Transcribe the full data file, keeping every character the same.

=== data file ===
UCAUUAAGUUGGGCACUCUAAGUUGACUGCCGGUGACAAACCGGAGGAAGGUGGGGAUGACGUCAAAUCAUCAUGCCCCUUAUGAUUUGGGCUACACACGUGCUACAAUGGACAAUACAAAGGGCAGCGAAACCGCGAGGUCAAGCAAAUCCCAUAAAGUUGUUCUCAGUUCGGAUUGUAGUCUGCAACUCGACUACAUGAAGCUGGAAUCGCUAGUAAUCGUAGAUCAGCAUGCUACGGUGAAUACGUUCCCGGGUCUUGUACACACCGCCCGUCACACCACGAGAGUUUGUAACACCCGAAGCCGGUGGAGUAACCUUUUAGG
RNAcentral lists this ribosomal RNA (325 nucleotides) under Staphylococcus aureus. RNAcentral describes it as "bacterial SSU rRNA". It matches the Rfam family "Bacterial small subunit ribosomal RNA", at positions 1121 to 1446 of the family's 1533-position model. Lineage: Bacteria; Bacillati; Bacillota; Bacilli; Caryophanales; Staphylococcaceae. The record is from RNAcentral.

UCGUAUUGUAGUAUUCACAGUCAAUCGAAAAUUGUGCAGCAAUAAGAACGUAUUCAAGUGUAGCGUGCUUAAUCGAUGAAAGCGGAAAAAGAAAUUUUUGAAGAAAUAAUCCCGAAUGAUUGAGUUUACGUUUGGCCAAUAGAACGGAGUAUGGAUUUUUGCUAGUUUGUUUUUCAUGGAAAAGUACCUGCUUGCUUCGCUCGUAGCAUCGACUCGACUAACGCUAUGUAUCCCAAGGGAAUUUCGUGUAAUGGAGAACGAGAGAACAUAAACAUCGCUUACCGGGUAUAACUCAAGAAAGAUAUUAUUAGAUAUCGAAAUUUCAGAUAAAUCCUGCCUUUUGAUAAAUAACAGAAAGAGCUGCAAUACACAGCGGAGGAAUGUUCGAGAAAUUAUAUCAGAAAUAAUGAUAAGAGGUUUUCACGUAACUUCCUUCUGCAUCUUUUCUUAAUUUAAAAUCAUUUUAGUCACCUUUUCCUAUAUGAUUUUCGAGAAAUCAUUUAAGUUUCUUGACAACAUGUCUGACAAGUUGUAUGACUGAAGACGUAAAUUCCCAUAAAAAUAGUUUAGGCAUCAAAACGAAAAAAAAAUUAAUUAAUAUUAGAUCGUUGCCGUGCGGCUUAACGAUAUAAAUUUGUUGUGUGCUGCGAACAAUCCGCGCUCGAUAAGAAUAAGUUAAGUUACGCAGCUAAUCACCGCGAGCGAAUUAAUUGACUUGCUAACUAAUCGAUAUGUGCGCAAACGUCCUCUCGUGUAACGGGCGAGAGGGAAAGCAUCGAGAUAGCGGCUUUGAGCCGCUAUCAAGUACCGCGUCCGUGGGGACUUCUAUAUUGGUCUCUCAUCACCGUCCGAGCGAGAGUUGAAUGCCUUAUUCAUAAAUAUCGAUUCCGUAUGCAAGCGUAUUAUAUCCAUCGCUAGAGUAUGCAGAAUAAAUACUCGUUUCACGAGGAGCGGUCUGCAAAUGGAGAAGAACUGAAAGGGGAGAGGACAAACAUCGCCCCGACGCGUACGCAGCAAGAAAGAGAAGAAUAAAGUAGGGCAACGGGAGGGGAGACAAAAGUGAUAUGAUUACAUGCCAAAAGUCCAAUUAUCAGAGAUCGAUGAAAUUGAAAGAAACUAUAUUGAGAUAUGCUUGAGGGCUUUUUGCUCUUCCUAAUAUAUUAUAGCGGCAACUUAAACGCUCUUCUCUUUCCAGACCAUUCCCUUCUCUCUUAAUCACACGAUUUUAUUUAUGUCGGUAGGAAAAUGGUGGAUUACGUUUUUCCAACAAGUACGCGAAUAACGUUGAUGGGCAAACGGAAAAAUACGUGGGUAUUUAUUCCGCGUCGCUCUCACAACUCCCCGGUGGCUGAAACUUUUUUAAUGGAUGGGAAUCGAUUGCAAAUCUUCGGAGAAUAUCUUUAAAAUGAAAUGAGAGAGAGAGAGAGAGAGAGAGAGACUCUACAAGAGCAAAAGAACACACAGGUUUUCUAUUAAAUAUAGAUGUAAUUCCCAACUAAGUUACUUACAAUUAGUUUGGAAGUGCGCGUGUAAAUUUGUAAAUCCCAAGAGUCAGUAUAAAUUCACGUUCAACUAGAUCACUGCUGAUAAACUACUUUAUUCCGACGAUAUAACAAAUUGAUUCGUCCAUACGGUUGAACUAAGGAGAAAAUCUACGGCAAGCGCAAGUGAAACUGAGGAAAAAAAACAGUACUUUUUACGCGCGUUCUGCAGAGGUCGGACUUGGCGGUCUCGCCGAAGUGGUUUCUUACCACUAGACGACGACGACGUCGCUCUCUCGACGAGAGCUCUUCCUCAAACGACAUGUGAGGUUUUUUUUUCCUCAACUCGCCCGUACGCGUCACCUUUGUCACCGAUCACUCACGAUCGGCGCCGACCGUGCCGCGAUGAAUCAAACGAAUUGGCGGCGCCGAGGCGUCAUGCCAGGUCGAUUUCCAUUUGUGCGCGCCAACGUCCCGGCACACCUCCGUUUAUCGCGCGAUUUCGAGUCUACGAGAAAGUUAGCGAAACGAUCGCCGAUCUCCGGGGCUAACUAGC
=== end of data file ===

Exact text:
UCAUUAAGUUGGGCACUCUAAGUUGACUGCCGGUGACAAACCGGAGGAAGGUGGGGAUGACGUCAAAUCAUCAUGCCCCUUAUGAUUUGGGCUACACACGUGCUACAAUGGACAAUACAAAGGGCAGCGAAACCGCGAGGUCAAGCAAAUCCCAUAAAGUUGUUCUCAGUUCGGAUUGUAGUCUGCAACUCGACUACAUGAAGCUGGAAUCGCUAGUAAUCGUAGAUCAGCAUGCUACGGUGAAUACGUUCCCGGGUCUUGUACACACCGCCCGUCACACCACGAGAGUUUGUAACACCCGAAGCCGGUGGAGUAACCUUUUAGG
RNAcentral lists this ribosomal RNA (325 nucleotides) under Staphylococcus aureus. RNAcentral describes it as "bacterial SSU rRNA". It matches the Rfam family "Bacterial small subunit ribosomal RNA", at positions 1121 to 1446 of the family's 1533-position model. Lineage: Bacteria; Bacillati; Bacillota; Bacilli; Caryophanales; Staphylococcaceae. The record is from RNAcentral.

UCGUAUUGUAGUAUUCACAGUCAAUCGAAAAUUGUGCAGCAAUAAGAACGUAUUCAAGUGUAGCGUGCUUAAUCGAUGAAAGCGGAAAAAGAAAUUUUUGAAGAAAUAAUCCCGAAUGAUUGAGUUUACGUUUGGCCAAUAGAACGGAGUAUGGAUUUUUGCUAGUUUGUUUUUCAUGGAAAAGUACCUGCUUGCUUCGCUCGUAGCAUCGACUCGACUAACGCUAUGUAUCCCAAGGGAAUUUCGUGUAAUGGAGAACGAGAGAACAUAAACAUCGCUUACCGGGUAUAACUCAAGAAAGAUAUUAUUAGAUAUCGAAAUUUCAGAUAAAUCCUGCCUUUUGAUAAAUAACAGAAAGAGCUGCAAUACACAGCGGAGGAAUGUUCGAGAAAUUAUAUCAGAAAUAAUGAUAAGAGGUUUUCACGUAACUUCCUUCUGCAUCUUUUCUUAAUUUAAAAUCAUUUUAGUCACCUUUUCCUAUAUGAUUUUCGAGAAAUCAUUUAAGUUUCUUGACAACAUGUCUGACAAGUUGUAUGACUGAAGACGUAAAUUCCCAUAAAAAUAGUUUAGGCAUCAAAACGAAAAAAAAAUUAAUUAAUAUUAGAUCGUUGCCGUGCGGCUUAACGAUAUAAAUUUGUUGUGUGCUGCGAACAAUCCGCGCUCGAUAAGAAUAAGUUAAGUUACGCAGCUAAUCACCGCGAGCGAAUUAAUUGACUUGCUAACUAAUCGAUAUGUGCGCAAACGUCCUCUCGUGUAACGGGCGAGAGGGAAAGCAUCGAGAUAGCGGCUUUGAGCCGCUAUCAAGUACCGCGUCCGUGGGGACUUCUAUAUUGGUCUCUCAUCACCGUCCGAGCGAGAGUUGAAUGCCUUAUUCAUAAAUAUCGAUUCCGUAUGCAAGCGUAUUAUAUCCAUCGCUAGAGUAUGCAGAAUAAAUACUCGUUUCACGAGGAGCGGUCUGCAAAUGGAGAAGAACUGAAAGGGGAGAGGACAAACAUCGCCCCGACGCGUACGCAGCAAGAAAGAGAAGAAUAAAGUAGGGCAACGGGAGGGGAGACAAAAGUGAUAUGAUUACAUGCCAAAAGUCCAAUUAUCAGAGAUCGAUGAAAUUGAAAGAAACUAUAUUGAGAUAUGCUUGAGGGCUUUUUGCUCUUCCUAAUAUAUUAUAGCGGCAACUUAAACGCUCUUCUCUUUCCAGACCAUUCCCUUCUCUCUUAAUCACACGAUUUUAUUUAUGUCGGUAGGAAAAUGGUGGAUUACGUUUUUCCAACAAGUACGCGAAUAACGUUGAUGGGCAAACGGAAAAAUACGUGGGUAUUUAUUCCGCGUCGCUCUCACAACUCCCCGGUGGCUGAAACUUUUUUAAUGGAUGGGAAUCGAUUGCAAAUCUUCGGAGAAUAUCUUUAAAAUGAAAUGAGAGAGAGAGAGAGAGAGAGAGAGACUCUACAAGAGCAAAAGAACACACAGGUUUUCUAUUAAAUAUAGAUGUAAUUCCCAACUAAGUUACUUACAAUUAGUUUGGAAGUGCGCGUGUAAAUUUGUAAAUCCCAAGAGUCAGUAUAAAUUCACGUUCAACUAGAUCACUGCUGAUAAACUACUUUAUUCCGACGAUAUAACAAAUUGAUUCGUCCAUACGGUUGAACUAAGGAGAAAAUCUACGGCAAGCGCAAGUGAAACUGAGGAAAAAAAACAGUACUUUUUACGCGCGUUCUGCAGAGGUCGGACUUGGCGGUCUCGCCGAAGUGGUUUCUUACCACUAGACGACGACGACGUCGCUCUCUCGACGAGAGCUCUUCCUCAAACGACAUGUGAGGUUUUUUUUUCCUCAACUCGCCCGUACGCGUCACCUUUGUCACCGAUCACUCACGAUCGGCGCCGACCGUGCCGCGAUGAAUCAAACGAAUUGGCGGCGCCGAGGCGUCAUGCCAGGUCGAUUUCCAUUUGUGCGCGCCAACGUCCCGGCACACCUCCGUUUAUCGCGCGAUUUCGAGUCUACGAGAAAGUUAGCGAAACGAUCGCCGAUCUCCGGGGCUAACUAGC